In countries like the United States and the United Kingdom, systematic variation in the classification of intent in pharmaceutical poisoning deaths have been identified between jurisdictions. This study aimed to explore whether the coronial determination of intent (unintentional, intentional, undetermined) for pharmaceutical-related poisoning deaths may have affected death rates over time and by jurisdiction in Australia.
A retrospective examination of mortality records in the National Coronial Information System (NCIS) during 1 January 2001 to 31 December 2013 was conducted. The NCIS is a national internet-based data storage and retrieval system for deaths that were notified to a coroner. Pharmaceutical deaths due to unintentional, intentional or undetermined intent were identified using the NCIS classification. Proportions of the different intent classifications and the mortality rates by intent over time were compared between jurisdictions.
There were 17,895 pharmaceutical-related poisoning deaths in Australia between 2001 and 2013 that had closed cases in the NCIS. Proportions of deaths classified as unintentional (48.3–66.3%), intentional (24.7–35.9%) and undetermined (6.7–24.7%) varied significantly among Australian jurisdictions. There were significant increases in the rate of classification of unintentional poisoning for some states, and significant increases in intentional poisoning classification in Western Australia, and decreases in New South Wales and Victoria. There was no significant change in classification of undetermined intent.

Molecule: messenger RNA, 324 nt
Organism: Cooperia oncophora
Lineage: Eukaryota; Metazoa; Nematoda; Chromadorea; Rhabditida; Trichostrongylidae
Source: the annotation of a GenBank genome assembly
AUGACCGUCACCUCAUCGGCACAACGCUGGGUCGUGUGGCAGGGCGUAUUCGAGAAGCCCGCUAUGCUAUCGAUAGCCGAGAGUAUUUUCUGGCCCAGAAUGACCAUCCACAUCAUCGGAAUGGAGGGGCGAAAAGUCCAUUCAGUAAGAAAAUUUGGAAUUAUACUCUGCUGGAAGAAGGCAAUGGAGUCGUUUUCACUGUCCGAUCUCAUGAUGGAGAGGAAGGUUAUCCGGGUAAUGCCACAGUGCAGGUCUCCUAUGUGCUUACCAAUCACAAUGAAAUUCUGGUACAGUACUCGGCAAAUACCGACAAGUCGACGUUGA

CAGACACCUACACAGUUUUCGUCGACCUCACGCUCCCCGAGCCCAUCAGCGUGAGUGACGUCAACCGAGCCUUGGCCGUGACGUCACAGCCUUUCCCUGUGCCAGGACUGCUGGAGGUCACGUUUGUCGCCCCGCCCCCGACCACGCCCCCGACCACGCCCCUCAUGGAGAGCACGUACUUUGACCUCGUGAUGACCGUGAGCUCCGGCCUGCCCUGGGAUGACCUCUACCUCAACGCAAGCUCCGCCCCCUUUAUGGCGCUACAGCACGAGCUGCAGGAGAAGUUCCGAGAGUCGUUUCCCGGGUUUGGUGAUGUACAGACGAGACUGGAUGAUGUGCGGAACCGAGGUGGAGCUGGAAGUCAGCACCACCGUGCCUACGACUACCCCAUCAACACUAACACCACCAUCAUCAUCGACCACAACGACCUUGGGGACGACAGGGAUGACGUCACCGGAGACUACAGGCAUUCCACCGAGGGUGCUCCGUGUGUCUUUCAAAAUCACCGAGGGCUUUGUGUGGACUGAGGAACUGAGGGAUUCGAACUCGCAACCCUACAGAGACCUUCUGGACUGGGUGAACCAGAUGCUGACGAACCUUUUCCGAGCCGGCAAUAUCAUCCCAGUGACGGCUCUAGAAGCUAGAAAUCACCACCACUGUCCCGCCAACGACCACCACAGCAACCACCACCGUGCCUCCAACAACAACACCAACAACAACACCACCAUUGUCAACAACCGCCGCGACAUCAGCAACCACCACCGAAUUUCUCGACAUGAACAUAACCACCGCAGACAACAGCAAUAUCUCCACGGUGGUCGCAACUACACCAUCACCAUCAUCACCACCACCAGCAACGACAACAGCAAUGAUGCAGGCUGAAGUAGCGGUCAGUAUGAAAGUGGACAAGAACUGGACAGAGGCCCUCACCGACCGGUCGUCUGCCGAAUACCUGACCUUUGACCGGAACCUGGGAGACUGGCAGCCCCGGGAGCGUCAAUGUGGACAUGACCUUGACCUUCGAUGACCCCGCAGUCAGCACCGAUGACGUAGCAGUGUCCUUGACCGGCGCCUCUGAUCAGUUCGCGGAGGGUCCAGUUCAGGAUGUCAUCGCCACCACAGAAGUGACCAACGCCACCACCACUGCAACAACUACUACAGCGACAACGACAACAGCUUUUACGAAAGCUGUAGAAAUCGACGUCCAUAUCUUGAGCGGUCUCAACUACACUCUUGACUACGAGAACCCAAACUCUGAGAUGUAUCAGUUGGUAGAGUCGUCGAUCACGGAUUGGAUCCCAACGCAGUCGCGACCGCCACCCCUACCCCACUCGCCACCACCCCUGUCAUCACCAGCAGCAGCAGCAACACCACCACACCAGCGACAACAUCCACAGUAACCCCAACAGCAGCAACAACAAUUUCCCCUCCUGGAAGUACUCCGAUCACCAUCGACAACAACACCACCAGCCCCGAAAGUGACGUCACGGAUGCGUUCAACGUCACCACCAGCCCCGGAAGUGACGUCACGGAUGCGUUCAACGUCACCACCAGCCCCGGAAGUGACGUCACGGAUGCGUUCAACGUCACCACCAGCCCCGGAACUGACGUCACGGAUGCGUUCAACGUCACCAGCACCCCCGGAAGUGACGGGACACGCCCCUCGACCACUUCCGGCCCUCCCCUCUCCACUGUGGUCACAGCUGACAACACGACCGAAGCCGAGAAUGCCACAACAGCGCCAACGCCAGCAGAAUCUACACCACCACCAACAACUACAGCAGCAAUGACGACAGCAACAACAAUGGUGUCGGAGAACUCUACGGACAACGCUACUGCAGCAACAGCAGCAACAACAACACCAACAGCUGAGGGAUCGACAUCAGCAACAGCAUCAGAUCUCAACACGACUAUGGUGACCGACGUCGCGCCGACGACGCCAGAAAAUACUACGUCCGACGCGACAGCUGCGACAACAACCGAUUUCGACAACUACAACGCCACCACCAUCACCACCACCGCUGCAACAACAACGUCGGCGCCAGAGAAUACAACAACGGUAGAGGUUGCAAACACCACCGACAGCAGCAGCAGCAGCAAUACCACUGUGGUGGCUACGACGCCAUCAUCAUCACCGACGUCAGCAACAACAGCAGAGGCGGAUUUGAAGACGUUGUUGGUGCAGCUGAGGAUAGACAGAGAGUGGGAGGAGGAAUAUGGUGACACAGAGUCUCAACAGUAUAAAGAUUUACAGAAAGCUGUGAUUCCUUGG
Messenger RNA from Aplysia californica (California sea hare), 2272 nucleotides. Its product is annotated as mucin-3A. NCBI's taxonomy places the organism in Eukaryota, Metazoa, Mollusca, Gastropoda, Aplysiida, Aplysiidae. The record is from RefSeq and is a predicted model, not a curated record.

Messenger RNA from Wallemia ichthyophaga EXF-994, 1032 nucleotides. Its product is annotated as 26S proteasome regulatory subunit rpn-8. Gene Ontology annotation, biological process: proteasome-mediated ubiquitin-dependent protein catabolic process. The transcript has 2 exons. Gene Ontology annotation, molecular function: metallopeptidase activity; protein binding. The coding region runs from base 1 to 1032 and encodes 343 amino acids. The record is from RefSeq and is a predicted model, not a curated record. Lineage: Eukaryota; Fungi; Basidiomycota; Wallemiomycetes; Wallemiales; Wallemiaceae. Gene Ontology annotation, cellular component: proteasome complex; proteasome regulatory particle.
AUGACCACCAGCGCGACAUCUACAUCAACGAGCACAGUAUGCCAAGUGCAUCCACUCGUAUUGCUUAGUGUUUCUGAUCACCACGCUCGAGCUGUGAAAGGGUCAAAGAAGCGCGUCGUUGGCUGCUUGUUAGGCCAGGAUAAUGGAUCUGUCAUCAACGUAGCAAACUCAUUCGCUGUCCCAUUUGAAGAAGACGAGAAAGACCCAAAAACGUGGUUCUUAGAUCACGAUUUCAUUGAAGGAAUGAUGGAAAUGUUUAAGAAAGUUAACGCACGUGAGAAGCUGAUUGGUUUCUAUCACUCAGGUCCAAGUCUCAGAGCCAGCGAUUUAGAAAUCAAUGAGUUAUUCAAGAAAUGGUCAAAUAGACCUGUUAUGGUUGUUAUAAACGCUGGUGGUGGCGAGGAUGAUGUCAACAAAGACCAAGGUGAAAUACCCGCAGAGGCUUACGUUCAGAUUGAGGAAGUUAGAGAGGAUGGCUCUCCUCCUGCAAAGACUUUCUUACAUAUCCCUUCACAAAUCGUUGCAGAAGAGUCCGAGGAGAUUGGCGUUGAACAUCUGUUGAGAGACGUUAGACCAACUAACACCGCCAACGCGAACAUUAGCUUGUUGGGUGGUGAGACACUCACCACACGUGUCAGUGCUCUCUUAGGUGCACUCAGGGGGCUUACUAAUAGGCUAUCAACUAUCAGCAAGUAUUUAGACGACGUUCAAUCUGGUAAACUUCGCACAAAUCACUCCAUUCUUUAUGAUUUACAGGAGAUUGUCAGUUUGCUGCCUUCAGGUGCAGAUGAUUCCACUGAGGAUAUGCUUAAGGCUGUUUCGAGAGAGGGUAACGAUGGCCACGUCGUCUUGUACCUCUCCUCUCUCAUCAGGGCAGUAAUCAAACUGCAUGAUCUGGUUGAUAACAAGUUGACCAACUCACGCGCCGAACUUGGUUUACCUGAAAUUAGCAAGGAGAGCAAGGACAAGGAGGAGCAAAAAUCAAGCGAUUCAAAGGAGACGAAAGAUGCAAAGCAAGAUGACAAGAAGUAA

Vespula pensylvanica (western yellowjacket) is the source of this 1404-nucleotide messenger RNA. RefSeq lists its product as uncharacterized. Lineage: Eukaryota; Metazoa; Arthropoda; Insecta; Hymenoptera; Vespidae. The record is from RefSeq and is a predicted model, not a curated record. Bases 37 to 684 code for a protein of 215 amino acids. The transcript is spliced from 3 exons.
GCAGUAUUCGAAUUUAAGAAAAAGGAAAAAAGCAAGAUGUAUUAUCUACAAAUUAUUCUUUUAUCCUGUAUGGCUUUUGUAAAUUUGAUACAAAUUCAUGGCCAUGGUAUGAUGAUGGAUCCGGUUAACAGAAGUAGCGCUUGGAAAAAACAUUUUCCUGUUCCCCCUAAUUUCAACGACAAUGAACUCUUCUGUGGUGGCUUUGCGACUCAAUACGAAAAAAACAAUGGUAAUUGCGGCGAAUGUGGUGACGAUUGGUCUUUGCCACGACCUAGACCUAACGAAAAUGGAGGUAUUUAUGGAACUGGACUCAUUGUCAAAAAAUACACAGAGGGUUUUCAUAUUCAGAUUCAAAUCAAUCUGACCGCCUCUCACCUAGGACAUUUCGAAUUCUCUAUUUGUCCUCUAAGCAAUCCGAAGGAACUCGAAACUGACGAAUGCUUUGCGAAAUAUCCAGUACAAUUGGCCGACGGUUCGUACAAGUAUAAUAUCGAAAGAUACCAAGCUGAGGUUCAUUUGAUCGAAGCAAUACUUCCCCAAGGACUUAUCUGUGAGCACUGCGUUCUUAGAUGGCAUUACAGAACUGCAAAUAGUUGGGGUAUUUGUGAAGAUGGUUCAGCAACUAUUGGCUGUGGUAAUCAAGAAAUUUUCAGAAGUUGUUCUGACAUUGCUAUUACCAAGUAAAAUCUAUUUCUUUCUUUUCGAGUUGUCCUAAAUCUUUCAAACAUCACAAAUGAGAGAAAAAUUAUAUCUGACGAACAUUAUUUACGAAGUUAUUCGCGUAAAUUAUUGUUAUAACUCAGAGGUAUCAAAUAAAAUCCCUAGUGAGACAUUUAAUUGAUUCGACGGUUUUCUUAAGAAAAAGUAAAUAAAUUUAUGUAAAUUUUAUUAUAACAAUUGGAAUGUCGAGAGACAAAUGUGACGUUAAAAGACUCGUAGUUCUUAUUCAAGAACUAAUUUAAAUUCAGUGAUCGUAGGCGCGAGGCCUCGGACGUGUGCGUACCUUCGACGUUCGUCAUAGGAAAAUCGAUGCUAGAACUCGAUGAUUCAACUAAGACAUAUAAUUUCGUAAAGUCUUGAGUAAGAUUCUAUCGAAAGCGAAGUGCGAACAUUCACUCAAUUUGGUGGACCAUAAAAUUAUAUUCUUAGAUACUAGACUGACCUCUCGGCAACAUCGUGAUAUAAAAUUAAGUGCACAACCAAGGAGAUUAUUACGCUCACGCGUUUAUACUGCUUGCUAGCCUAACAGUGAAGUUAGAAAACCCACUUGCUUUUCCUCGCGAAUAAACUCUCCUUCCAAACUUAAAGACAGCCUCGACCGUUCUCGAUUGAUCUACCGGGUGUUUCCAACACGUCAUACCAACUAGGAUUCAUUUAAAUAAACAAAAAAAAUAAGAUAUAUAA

Significant variation in classifications of intent, both between state jurisdictions and over time, may be the result of regional differences in demographics and increases in prescription drug misuse. However, the inconsistent use of ‘undetermined’ intent between state jurisdictions suggests coroners may experience varying difficulty in retrospectively ruling on intent in the equivocal circumstances of pharmaceutical poisoning. The widespread use of psychological autopsy may assist coroners to classify intent, while the implementation of new classifications for pharmaceutical poisoning death may overcome some of the inherent difficulty in intent classification and improve the potential for injury surveillance irrespective of intent.